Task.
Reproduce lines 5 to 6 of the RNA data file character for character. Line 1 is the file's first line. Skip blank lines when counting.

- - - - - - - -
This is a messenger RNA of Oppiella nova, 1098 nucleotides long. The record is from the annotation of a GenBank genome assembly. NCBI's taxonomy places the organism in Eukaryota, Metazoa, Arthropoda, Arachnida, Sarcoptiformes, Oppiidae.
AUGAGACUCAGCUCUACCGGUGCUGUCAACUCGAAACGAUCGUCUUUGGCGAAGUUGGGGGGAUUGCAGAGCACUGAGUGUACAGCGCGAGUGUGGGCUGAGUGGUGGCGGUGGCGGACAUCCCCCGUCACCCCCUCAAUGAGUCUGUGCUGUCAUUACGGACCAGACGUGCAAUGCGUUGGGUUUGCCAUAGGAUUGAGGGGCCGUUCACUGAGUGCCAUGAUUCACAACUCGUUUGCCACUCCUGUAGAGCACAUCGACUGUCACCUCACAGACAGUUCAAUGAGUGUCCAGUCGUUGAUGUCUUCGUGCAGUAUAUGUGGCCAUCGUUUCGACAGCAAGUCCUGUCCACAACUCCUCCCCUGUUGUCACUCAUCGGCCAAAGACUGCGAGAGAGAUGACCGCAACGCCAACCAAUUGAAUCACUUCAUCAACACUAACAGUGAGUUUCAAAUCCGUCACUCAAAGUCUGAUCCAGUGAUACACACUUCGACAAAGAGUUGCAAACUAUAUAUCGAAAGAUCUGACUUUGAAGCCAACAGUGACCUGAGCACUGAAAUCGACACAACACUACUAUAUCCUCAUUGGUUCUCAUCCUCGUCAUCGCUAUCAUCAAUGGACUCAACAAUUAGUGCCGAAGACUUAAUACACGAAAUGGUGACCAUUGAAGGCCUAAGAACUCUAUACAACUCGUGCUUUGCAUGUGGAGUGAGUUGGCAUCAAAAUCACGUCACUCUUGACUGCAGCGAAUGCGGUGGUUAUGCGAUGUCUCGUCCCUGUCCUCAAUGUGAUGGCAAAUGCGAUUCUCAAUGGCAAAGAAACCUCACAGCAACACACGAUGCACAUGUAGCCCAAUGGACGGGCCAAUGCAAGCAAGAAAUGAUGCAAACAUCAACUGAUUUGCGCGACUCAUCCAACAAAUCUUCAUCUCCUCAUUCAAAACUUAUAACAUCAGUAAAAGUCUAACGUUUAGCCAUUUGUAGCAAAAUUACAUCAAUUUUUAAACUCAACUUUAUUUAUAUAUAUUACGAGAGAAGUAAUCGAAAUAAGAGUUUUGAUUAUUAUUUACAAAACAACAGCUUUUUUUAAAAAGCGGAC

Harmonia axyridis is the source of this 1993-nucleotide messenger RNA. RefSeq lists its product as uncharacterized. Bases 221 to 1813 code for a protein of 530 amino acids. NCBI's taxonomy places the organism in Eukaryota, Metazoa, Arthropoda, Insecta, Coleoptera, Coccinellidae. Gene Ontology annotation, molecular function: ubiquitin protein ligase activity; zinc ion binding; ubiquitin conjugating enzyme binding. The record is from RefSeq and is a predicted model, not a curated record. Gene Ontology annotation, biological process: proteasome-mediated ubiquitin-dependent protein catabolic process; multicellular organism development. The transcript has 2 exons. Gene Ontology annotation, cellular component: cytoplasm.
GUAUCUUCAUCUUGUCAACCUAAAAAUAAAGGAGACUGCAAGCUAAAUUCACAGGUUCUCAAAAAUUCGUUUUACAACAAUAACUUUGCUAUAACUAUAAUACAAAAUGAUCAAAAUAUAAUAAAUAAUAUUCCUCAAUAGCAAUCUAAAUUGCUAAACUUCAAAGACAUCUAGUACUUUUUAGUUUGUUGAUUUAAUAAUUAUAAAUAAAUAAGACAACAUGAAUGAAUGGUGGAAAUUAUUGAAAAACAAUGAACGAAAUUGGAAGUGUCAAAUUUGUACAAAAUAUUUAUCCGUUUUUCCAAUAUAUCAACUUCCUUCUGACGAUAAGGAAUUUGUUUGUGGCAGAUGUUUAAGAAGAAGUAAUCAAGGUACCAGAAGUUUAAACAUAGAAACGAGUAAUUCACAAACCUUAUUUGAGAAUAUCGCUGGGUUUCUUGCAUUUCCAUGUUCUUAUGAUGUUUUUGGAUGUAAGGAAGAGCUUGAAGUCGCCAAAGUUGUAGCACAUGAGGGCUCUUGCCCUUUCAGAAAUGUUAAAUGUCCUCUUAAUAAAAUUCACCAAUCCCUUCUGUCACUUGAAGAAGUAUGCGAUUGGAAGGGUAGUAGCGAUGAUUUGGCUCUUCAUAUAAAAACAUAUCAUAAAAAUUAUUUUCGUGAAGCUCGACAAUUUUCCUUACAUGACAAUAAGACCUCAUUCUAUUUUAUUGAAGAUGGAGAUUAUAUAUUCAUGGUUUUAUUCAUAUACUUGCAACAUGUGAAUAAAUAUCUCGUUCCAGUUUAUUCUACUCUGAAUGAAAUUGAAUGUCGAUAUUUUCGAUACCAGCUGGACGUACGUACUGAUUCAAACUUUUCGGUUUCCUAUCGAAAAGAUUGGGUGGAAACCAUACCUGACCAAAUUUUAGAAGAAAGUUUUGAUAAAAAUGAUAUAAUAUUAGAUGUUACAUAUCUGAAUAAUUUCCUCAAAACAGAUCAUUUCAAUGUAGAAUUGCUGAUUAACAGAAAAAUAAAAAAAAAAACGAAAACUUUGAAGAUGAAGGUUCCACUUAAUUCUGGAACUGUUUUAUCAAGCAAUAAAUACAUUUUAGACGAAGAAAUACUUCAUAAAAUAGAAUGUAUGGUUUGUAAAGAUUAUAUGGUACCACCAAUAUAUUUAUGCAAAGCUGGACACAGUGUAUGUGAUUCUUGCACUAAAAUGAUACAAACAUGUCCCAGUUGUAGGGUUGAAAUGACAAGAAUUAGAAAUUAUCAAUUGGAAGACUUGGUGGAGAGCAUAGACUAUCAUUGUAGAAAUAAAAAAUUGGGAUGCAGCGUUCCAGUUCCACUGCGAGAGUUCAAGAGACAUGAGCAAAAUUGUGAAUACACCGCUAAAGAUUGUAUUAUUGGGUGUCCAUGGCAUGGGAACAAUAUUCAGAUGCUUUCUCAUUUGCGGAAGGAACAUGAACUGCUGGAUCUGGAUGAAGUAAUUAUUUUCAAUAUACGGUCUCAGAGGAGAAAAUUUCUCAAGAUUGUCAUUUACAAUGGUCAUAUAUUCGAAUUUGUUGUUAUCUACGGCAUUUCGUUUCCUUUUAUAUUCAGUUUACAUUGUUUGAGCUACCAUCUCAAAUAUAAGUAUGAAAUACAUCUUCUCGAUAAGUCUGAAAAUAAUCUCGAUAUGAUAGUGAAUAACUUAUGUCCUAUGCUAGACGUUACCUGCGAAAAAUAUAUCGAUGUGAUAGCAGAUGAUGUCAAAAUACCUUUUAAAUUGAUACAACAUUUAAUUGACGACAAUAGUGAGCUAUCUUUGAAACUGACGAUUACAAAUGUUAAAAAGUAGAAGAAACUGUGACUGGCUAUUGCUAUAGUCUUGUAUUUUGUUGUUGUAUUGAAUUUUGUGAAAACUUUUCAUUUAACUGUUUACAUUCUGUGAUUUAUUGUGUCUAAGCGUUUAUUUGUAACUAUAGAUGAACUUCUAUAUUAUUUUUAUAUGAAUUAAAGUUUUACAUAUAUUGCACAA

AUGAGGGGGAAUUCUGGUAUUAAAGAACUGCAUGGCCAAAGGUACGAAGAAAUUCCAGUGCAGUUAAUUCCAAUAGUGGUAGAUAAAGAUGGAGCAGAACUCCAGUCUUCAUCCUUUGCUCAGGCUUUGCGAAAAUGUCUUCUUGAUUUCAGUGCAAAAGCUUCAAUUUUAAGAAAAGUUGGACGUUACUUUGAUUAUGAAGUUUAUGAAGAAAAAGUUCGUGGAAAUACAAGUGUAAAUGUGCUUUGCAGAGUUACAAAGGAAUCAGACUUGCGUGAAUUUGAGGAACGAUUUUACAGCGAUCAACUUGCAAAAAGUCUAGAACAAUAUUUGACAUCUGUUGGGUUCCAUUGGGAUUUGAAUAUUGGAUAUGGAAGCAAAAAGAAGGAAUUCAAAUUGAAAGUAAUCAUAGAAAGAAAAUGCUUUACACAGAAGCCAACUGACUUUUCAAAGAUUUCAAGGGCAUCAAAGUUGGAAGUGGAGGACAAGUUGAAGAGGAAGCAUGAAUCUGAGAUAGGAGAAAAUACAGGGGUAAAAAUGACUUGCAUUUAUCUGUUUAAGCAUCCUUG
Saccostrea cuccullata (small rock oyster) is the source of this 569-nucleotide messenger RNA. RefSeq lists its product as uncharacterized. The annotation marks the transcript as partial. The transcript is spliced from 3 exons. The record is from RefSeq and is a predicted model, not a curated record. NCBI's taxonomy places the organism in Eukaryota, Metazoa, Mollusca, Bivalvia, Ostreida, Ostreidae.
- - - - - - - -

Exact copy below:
AUGAGGGGGAAUUCUGGUAUUAAAGAACUGCAUGGCCAAAGGUACGAAGAAAUUCCAGUGCAGUUAAUUCCAAUAGUGGUAGAUAAAGAUGGAGCAGAACUCCAGUCUUCAUCCUUUGCUCAGGCUUUGCGAAAAUGUCUUCUUGAUUUCAGUGCAAAAGCUUCAAUUUUAAGAAAAGUUGGACGUUACUUUGAUUAUGAAGUUUAUGAAGAAAAAGUUCGUGGAAAUACAAGUGUAAAUGUGCUUUGCAGAGUUACAAAGGAAUCAGACUUGCGUGAAUUUGAGGAACGAUUUUACAGCGAUCAACUUGCAAAAAGUCUAGAACAAUAUUUGACAUCUGUUGGGUUCCAUUGGGAUUUGAAUAUUGGAUAUGGAAGCAAAAAGAAGGAAUUCAAAUUGAAAGUAAUCAUAGAAAGAAAAUGCUUUACACAGAAGCCAACUGACUUUUCAAAGAUUUCAAGGGCAUCAAAGUUGGAAGUGGAGGACAAGUUGAAGAGGAAGCAUGAAUCUGAGAUAGGAGAAAAUACAGGGGUAAAAAUGACUUGCAUUUAUCUGUUUAAGCAUCCUUG
Saccostrea cuccullata (small rock oyster) is the source of this 569-nucleotide messenger RNA. RefSeq lists its product as uncharacterized. The annotation marks the transcript as partial. The transcript is spliced from 3 exons. The record is from RefSeq and is a predicted model, not a curated record. NCBI's taxonomy places the organism in Eukaryota, Metazoa, Mollusca, Bivalvia, Ostreida, Ostreidae.